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by Charles Dickens
Towards the end of his life, when Dickens was without dispute the master of his craft, he wrote this rich, compelling, many-layered story about life in a debtor’s prison… and out of it. The “shadow of the Marshalsea” falls on William Dorrit, who takes his family with him to the notorious debtor’s jail in which Dickens’s own father spent some time. How the experience alters him and his children, both during and after their years in the place, are the central thread of the story.
Also woven in is the melancholy journey of Arthur Clennam, the 40-something bachelor who has not been well-served in love, and who seems oblivious to his chance for true happiness with young Amy Dorrit — the title character of the novel. But also standing in the way, or at least complicating things for the couple, are a ridiculous ex-fiancee who talks nonstop (Harry Potter actress Miriam Margolyes (Professor Sprout) won awards for portraying this character in a British film); a worthless rival suitor for a pretty girl’s hand; a couple of women who live to be contrary to everyone including themselves; a bitter, paralytic old lady who has means and motive for keeping both Amy and Arthur as miserable as can be; the aptly-named Barnacle family who uses their stranglehold on government patronage to obstruct progress of any kind; and worst of all, a wily, dastardly Frenchman who stands a chance of ruining everything for everybody.
And if that isn’t enough to fill one very thick book, I might also mention the tragedy of Amy’s sister Fanny, who marries a complete doofus because she wants to put down her haughty mother-in-law… the embezzler who takes his own life along with the fortunes of many others, good and bad… a developmentally disabled adult who becomes so attached to the industrious young figure of Amy Dorrit that she calls her the “little mother”… a rent-collector who is constantly made to resemble a steam-engine in one of the crowning examples of extended metaphor in all English literature… and the hopelessness of contracting a happy marriage between a family of poor nobles (who want money) and a family of rich commoners (who want family connections). But most of all, I want to mention the fact that if you read the first chapter of this book, you will be so hooked that you won’t have any trouble reading the rest of it. I don’t think I have ever read a more perfect opening chapter. Let me quote in part:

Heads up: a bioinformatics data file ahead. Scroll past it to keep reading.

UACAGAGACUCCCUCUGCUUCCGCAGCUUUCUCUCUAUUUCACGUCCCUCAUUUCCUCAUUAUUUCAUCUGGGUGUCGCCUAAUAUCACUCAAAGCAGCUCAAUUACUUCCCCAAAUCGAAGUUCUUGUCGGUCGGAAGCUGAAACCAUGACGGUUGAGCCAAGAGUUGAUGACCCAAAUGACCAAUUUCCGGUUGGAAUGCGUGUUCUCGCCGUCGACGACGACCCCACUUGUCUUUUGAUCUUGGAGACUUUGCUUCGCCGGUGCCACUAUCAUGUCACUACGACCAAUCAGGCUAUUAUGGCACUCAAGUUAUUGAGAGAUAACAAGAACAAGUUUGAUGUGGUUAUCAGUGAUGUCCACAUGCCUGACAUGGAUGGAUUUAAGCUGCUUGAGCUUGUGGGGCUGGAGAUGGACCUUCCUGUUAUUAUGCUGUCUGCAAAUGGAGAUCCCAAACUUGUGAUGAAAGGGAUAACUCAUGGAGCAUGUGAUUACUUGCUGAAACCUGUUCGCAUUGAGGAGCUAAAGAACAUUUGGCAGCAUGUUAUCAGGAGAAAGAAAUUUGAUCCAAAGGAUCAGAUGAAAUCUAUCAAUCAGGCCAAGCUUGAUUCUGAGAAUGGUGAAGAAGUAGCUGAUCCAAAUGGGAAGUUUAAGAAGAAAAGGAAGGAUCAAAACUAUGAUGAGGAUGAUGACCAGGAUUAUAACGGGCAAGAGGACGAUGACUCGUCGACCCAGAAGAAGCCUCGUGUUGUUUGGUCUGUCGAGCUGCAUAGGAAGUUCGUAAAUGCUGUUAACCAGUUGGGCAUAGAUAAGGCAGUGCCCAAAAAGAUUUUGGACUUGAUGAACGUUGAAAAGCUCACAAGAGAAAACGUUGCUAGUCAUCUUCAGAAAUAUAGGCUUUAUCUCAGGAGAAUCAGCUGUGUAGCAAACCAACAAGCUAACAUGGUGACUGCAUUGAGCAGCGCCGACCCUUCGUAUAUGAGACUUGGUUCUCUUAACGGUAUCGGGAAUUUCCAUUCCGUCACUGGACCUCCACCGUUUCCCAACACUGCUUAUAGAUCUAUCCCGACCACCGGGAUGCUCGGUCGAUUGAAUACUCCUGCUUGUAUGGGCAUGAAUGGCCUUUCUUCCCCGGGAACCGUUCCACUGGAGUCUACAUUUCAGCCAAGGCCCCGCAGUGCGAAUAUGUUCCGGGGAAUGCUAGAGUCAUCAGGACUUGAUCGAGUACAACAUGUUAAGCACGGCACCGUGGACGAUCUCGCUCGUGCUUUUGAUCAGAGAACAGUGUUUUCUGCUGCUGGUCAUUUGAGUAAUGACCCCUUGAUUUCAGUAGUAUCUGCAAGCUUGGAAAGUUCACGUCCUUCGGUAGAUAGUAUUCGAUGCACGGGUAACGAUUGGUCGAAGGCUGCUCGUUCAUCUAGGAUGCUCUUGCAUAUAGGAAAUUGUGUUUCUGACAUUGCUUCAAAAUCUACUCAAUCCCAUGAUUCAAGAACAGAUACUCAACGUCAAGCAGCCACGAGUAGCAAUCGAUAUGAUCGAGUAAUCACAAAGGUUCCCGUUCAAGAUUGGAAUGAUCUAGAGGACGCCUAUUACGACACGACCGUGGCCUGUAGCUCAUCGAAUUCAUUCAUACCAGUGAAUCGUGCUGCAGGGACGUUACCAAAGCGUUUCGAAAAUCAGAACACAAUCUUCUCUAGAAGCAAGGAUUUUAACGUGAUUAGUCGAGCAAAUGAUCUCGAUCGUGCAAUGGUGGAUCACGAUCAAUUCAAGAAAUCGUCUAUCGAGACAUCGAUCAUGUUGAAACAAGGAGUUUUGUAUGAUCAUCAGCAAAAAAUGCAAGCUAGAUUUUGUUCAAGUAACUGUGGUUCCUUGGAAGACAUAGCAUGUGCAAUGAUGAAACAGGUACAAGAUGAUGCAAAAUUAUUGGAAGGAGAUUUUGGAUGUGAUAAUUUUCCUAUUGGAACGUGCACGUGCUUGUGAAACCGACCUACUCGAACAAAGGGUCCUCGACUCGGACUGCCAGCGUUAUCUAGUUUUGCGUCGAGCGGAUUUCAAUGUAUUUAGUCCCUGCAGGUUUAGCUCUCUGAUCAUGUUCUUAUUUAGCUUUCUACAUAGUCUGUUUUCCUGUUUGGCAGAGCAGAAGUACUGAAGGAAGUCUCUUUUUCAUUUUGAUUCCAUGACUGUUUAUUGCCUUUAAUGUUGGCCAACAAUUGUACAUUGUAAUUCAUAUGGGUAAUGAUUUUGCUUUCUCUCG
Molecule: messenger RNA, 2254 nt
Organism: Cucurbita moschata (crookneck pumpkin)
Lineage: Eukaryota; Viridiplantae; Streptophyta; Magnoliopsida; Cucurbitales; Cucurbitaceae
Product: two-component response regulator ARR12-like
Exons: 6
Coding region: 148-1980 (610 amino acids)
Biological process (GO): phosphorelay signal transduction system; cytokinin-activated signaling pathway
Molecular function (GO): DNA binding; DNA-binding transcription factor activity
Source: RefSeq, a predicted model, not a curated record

Thirty years ago, Marseilles lay burning in the sun, one day. A blazing sun upon a fierce August day was no greater rarity in southern France then, than at any other time, before or since. Every thing in Marseilles, and about Marseilles, had stared at the fervid sky, and been stared at in return, until a staring habit had become universal there. Strangers were stared out of countenance by staring white houses, staring white walls, staring white streets, staring tracts of arid road, staring hills from which verdure was burnt away. The only things to be seen not fixedly staring and glaring were the vines drooping under their load of grapes. These did occasionally wink a little, as the hot air barely moved their faint leaves.
…The wide stare stared itself out for one while; the sun went down in a red, green, golden glory; the stars came out in the heavens, and the fire-flies mimicked them in the lower air, as men may feebly imitate the goodness of a better order of beings; the long dusty roads and the interminable plains were in repose — and so deep a hush was on the sea, that it scarcely whispered of the time when it shall give up its dead.
Do you see what I mean? Though not as widely-known as Dickens’s other books such as A Tale of Two Cities or Oliver Twist, Little Dorrit is as good as any of them. If these excerpts have intrigued you, I assure you, the book is worth your time!